Dirty Den's very public lesson about private lives

January 28, 2005

Our monthly guide to some of the conferences taking place around the world

Historians say EastEnders not only won the BBC viewers, it also changed society. Harriet Swain reports

Dirty Den and David Blunkett may not seem to have much in common, but EastEnders could be partly to blame for the former Home Secretary's recent troubles, a conference will hear next month.

Jean Seaton, the BBC's official historian for the 1980s, suggests that the soap opera, which celebrates its 20th anniversary this year, marked a turning point in the way private lives came to be seen as public property.

"We now take it for granted that public and private lives - or the private lives of public people - are in the public domain and part of the story," she says. "But this is a novel phenomenon."

She says that there was a moment in the early Eighties when the private lives of public people became commodities. "There has been a drastic shift," she says. " EastEnders either shows that shift or pushed it."

" EastEnders 20th Anniversary Conference" is part of a series of events associated with a project, sponsored by the Arts and Humanities Research Board, to produce the sixth volume of the BBC's official history. Seaton, professor of media history at Westminster University, is leading the project, which will bring together some of the original team responsible for putting together the programme as well as academics.

The official history will differ significantly from other accounts of the origins of EastEnders , Seaton says. While these tend to focus on the people who conceived the soap - particularly Tony Holland and Julia Smith - the history will look at how the BBC as an institution needed an EastEnders and went about making it happen.

Seaton says that in the early Eighties, the BBC was slipping behind ITV in the ratings and needed to attract a post-tea audience and more working-class viewers. This drove the search for a new soap. It was followed by a huge injection of money and resources - about £750,000 in the first year. It was only then that key people were appointed to think up how it would work.

An important aspect of this was the amount of research that went into planning the storylines, according to Anthony McNicholas, conference organiser and chief researcher of the official history. The soap took its public-service role seriously and for the first major storyline - Michelle's teenage pregnancy by Dirty Den - the BBC consulted the Brook Advisory Service and other experts to ensure it got it right and that it fed into public debates on pregnancy.

The ratings took off, perhaps helped by the fact that campaigner and mother of ten Victoria Gillick was at the time pursuing a high-profile case against doctors' ability to prescribe contraception to under-16s. This was one way in which the soap benefited from merging private and public concerns.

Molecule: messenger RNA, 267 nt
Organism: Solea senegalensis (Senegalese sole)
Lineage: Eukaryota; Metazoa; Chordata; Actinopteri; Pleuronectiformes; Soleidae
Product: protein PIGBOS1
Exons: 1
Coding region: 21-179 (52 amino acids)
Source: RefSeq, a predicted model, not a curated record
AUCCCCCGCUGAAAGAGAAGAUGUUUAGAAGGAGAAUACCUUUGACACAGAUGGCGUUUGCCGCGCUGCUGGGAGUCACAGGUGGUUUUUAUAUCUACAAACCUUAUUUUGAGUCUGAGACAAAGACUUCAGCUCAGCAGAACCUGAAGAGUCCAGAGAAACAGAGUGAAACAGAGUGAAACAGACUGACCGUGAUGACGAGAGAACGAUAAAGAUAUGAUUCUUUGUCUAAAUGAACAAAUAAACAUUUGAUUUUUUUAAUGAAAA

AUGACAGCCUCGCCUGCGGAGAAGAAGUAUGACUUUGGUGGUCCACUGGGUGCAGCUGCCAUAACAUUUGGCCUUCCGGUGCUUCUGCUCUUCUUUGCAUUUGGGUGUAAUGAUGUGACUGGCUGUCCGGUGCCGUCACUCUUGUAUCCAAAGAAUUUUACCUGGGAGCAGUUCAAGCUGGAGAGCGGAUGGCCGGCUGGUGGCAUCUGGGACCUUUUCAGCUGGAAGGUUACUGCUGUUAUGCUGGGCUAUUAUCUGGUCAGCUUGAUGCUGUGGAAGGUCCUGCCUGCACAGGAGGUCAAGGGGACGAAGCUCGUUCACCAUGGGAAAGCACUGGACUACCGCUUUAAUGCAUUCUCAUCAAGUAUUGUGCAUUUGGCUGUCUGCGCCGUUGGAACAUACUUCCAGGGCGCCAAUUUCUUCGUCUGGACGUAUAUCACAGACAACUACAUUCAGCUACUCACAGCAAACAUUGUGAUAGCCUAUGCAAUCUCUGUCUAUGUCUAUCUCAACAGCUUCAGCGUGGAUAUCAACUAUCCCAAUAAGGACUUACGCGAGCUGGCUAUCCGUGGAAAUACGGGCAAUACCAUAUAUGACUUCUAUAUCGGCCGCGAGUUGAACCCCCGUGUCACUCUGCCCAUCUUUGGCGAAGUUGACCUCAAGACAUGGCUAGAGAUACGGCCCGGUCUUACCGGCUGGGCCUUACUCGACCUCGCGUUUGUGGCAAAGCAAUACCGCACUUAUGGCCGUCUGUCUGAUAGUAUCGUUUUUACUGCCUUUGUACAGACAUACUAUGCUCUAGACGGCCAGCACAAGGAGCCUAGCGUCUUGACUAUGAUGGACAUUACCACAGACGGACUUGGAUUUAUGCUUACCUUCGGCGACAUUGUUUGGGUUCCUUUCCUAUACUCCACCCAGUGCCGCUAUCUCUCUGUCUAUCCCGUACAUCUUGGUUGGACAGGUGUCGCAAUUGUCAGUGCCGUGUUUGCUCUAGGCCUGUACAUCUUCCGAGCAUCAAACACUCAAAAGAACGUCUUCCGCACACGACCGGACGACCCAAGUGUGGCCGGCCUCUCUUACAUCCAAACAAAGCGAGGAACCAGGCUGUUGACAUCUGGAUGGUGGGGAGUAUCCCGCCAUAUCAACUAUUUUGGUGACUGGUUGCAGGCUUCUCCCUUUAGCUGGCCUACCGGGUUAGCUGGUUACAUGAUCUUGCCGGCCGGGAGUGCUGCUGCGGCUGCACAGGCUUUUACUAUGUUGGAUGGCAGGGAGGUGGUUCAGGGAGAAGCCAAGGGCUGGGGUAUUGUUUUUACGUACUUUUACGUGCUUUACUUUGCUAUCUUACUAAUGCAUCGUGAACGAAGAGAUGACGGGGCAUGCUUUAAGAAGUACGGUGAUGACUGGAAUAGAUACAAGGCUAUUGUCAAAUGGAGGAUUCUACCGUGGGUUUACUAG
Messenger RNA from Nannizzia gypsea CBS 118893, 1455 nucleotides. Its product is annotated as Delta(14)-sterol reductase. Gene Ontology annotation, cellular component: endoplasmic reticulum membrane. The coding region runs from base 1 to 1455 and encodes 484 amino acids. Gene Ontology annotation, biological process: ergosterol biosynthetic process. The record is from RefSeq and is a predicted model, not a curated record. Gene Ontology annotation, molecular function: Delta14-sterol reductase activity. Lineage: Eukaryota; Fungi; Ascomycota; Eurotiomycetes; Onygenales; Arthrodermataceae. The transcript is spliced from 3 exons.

The other was through publicity. EastEnders was the first programme to have a dedicated press officer, and the BBC publicity machine quickly realised that selling stories about the private lives of its actors, often chosen for their closeness to the role they were playing, could boost ratings.

McNicholas says that EastEnders marked a swing of the pendulum in broadcasting away from high culture towards popularism. But at the same time the emphasis was on high-quality realism - in production values (no wobbly sets) and storylines.

Christine Geraghty, professor of film and television at Glasgow University and a speaker at the conference, suggests that moves away from realism and towards melodrama could be a reason for the recent decline in the programme's viewing figures. She blames the fact that, in the past five years, the sense of community that the programme relied on to offer characters a support and gossip network has been lost.

She suggests that while EastEnders arose in the Eighties, when Margaret Thatcher was declaring "there is no such thing as society", it could still credibly maintain that such a thing as community existed. Now, she suggests, it really does seem to have gone - and with it one of the programme's major strengths. "As the sense of community has gone, there has been a turn away from realism." Instead, in recent months the programme has turned away from soap opera to crime fiction, featuring gangsters and morally black-and-white storylines.

Nevertheless, Geraghty feels there is hope for EastEnders' future. For her, the answer would be to drop the melodrama and introduce more friendships, creating smaller-scale and longer-term communities and links between characters. Both Dirty Den and David Blunkett might benefit from the same approach.

" EastEnders 20th Anniversary Conference: Inventing the Modern Soap", organised by the Communication and Media Research Institute at Westminster University and BBC Heritage, is at Westminster University boardroom, Regent Street, London, February 19. Contact Anthony McNicholas on 01189 486164 or email mcnichc@wmin.ac.uk

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